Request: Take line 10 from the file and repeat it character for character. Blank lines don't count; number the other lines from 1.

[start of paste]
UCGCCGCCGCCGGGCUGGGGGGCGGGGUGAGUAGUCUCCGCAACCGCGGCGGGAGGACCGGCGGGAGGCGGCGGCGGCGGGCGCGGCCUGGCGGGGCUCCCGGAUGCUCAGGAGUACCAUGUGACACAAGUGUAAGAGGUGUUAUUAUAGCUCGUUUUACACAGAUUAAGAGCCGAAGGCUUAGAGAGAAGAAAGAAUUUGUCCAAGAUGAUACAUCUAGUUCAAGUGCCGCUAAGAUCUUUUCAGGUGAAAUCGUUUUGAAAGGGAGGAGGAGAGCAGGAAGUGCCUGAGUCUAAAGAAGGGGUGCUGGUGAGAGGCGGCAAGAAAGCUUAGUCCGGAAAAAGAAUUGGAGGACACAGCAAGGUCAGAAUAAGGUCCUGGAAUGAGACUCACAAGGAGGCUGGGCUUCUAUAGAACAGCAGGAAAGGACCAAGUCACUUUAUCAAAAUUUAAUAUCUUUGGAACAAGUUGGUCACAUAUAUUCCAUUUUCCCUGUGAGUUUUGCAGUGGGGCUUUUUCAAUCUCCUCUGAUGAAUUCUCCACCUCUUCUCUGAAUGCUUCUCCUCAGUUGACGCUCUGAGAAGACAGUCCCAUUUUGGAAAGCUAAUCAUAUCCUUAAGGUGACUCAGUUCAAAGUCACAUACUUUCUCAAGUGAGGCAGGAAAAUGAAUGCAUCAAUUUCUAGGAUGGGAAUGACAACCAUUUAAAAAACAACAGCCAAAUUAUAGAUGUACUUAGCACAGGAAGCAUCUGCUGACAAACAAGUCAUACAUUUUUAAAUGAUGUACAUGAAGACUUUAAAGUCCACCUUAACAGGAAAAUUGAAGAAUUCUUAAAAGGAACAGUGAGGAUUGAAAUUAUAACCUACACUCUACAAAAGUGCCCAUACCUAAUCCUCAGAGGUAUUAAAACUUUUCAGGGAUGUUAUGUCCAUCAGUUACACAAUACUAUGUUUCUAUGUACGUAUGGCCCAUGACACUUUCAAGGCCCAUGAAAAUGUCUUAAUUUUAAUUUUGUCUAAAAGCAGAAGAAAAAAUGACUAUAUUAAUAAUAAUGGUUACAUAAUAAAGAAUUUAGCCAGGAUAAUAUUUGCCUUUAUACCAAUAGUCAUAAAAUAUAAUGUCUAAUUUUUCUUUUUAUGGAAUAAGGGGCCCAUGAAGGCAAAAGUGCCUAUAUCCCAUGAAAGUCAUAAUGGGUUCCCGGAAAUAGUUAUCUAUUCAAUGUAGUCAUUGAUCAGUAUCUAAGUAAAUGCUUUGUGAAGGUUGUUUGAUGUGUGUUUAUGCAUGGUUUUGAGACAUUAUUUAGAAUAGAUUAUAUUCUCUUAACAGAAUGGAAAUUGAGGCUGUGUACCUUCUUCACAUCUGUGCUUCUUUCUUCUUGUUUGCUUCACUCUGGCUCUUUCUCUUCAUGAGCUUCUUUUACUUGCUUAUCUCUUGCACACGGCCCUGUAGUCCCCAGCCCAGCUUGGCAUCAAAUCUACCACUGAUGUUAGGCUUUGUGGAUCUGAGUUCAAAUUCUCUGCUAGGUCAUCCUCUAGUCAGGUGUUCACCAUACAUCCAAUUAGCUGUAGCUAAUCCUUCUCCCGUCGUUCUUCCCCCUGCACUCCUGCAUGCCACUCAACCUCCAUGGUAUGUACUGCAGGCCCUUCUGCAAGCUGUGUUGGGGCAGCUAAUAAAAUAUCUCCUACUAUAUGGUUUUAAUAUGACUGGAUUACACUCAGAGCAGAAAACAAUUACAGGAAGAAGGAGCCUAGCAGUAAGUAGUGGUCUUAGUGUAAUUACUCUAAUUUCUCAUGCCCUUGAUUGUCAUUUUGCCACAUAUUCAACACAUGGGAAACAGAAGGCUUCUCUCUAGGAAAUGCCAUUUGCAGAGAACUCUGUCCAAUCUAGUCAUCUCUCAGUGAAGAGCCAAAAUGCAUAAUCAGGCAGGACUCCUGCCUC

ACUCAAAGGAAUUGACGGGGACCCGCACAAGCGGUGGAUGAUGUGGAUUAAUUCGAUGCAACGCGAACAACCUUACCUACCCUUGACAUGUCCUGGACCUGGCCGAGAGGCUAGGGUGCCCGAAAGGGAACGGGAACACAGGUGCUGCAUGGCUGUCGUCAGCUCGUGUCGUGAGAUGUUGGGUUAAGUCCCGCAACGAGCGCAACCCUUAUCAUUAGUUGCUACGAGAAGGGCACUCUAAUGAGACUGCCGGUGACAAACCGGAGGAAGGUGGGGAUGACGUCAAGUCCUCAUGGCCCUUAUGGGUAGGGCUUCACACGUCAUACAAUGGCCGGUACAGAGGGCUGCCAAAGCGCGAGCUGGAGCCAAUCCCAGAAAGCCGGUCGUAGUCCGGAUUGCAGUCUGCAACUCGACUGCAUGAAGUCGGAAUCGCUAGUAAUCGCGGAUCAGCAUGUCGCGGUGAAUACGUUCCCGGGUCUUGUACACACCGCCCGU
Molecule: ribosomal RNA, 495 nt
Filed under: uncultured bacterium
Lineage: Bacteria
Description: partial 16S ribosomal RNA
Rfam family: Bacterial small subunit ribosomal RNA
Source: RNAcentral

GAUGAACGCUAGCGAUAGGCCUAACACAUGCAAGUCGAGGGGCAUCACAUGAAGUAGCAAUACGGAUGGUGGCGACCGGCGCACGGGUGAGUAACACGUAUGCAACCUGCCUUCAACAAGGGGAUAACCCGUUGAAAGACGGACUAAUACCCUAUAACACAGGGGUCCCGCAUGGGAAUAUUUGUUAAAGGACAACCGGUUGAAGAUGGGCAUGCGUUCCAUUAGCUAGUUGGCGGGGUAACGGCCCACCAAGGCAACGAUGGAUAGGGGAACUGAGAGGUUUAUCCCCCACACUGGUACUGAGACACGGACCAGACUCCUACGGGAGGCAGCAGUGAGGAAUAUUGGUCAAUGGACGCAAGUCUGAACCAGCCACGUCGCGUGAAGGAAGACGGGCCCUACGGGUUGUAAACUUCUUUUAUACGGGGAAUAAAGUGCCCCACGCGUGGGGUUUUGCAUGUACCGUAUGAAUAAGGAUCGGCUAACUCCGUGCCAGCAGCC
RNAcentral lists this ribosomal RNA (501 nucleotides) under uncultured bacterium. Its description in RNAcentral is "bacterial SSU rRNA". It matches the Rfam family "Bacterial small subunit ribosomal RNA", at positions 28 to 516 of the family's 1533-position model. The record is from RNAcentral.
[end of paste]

RNAcentral lists this ribosomal RNA (501 nucleotides) under uncultured bacterium. Its description in RNAcentral is "bacterial SSU rRNA". It matches the Rfam family "Bacterial small subunit ribosomal RNA", at positions 28 to 516 of the family's 1533-position model. The record is from RNAcentral.